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Area mayors meeting with MLAs on Friday regarding restrictions

Rural areas are different, says Didsbury's mayor

DIDSBURY - Members of the recently formed Mayors of South Central Alberta are scheduled to meet with area MLAs on Friday to discuss outstanding issues, including calls for regional lifting of COVID-19 restrictions, says Didsbury mayor Rhonda Hunter.

The mayors’ group includes mayors of Sundre, Olds, Innisfail, Carstairs and Didsbury as well as others in the area. MLAs invited to attend the meeting include Jason Nixon and Nathan Cooper.

Being held by teleconference, the meeting is being hosted by the Town of Olds.

Many rural municipalities, including Didsbury, have sent letters to the province calling for a regional approach to reopening.

Hunter says municipalities continue to wait for provincial government action, and that’s something she plans to bring up during Friday’s meeting.

“We have sent our letter and are waiting for a response,” she said. 

Area MLAs “have heard the same message that we have” about the desire to reopen, she said.

“Ultimately the provincial government has the final say,” she said.

The Town of Didsbury sent a letter to the Kenney government in January.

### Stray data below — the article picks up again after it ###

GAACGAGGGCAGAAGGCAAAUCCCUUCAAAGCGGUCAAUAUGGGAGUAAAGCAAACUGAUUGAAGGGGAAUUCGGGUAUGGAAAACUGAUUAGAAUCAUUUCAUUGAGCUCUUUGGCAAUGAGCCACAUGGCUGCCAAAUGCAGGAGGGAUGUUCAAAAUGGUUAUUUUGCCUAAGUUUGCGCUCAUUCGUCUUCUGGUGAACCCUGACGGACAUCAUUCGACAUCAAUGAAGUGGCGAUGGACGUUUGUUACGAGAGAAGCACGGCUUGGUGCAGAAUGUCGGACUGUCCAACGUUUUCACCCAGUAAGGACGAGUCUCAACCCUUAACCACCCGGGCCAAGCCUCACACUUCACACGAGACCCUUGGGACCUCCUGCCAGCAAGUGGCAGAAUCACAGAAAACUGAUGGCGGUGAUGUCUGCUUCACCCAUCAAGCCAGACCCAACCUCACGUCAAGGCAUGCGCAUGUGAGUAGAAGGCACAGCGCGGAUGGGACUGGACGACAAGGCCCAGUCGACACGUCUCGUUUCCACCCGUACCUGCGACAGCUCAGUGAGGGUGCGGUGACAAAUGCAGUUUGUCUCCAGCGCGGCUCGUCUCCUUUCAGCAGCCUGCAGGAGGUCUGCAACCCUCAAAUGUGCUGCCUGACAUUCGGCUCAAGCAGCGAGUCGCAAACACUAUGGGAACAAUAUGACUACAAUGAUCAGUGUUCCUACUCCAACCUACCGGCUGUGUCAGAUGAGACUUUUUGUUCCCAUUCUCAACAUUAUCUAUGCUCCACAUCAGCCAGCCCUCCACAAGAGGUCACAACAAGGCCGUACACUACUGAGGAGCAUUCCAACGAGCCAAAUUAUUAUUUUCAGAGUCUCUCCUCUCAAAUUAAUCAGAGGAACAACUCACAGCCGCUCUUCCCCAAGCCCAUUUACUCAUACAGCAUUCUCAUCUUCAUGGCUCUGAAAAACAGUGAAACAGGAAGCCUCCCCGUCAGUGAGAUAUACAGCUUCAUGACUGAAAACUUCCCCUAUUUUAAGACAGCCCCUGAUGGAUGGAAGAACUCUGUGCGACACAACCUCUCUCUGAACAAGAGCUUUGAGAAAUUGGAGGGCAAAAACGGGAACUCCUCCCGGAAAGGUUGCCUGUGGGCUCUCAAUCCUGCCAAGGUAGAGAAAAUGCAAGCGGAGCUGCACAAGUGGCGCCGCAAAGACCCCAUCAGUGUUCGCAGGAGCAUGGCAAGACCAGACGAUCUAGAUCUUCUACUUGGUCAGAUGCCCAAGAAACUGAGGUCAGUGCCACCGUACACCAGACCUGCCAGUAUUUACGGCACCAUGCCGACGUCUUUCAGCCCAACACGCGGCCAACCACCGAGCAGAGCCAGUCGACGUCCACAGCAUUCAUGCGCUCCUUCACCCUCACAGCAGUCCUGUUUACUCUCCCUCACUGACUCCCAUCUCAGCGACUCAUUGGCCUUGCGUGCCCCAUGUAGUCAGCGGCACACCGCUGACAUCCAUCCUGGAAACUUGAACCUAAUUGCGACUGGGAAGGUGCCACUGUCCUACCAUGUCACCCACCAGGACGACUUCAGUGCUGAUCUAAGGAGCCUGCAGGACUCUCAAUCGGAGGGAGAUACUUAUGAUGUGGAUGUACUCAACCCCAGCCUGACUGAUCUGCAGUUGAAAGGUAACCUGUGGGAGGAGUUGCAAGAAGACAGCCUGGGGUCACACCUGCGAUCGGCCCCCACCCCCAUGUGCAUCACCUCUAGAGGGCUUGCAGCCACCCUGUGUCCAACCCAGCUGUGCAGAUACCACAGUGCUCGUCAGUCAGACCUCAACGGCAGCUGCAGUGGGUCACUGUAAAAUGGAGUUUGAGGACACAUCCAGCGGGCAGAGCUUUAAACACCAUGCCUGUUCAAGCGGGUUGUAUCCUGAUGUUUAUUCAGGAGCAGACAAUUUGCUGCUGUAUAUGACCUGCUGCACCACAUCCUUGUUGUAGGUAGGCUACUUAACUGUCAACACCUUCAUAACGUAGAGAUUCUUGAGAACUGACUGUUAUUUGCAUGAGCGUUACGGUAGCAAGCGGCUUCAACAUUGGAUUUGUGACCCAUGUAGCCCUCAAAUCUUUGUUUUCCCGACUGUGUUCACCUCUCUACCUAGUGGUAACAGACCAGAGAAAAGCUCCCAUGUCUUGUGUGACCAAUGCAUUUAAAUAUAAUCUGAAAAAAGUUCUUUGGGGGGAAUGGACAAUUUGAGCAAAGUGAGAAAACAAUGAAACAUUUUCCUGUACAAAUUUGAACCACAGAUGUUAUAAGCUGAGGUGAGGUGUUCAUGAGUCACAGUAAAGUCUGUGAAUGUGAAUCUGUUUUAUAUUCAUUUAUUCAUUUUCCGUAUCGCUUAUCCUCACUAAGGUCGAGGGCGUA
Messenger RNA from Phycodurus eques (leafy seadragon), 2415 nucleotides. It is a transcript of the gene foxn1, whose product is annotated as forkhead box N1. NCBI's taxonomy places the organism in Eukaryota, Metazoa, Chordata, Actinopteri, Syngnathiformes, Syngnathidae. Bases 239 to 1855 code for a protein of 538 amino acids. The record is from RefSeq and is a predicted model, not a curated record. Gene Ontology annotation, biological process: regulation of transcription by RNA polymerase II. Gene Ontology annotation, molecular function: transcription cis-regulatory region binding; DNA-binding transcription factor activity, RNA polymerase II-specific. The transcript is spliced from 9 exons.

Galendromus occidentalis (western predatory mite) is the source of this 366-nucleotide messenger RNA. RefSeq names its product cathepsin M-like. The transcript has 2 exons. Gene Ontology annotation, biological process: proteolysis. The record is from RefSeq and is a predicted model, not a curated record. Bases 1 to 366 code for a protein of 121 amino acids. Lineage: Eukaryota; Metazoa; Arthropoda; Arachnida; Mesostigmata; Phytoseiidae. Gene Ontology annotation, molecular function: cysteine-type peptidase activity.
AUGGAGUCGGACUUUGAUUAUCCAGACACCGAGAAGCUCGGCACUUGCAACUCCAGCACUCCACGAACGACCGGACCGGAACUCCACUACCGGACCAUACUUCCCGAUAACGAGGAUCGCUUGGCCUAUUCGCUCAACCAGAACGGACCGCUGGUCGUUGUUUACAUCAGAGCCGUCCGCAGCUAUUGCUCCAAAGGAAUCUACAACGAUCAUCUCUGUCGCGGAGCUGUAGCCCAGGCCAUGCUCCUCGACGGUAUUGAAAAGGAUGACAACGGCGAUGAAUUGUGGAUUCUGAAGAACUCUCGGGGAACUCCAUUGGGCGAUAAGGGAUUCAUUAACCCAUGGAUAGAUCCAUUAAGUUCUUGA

“We don’t want to be divisive and we want to acknowledge that there are people who are sick and people who have lost lives and family members, but rural is different,” Hunter said at the time. 

“We are not special, we are just different. Rural communities can operate with vast amounts of space and smaller businesses without a lot of gathering in huge numbers.

“Some of these decisions (regarding restrictions) appear to have been made arbitrarily. Our numbers in some rural areas are zero or two.”

Olds-Didsbury-Three Hills UCP MLA Nathan Cooper says he has been urging the government to consider regional reopening.

“If there are places in the province that have zero cases they should be celebrated because they are obviously doing the fundamentals well and as a result I believe there should be less restrictions than places where there are 1,500 cases per 100,000,” Cooper said in January.

Other issues Hunter says she plans to bring up at Friday’s meeting include the impacts COVID restrictions are having on restaurants and retail stores.

“If nothing is open it is hard to bring in customers,” she said.

Restaurants are seeing large, unexpected increases in costs, she said. 

“The rising cost of all these take-out supplies really have impacted them and they don’t want to pass it on to the customer because it is hard enough to be sure people are eating for a decent price,” she said.

Restrictions on indoor gatherings are also causing problems across the community, she said.

“How can we get our families back in our homes? That’s critical to a healthy, functioning community,” she said.

Another issue she plans to bring up is the impact the restrictions are having on community clubs and organizations and their ability to fundraise.

Dan Singleton

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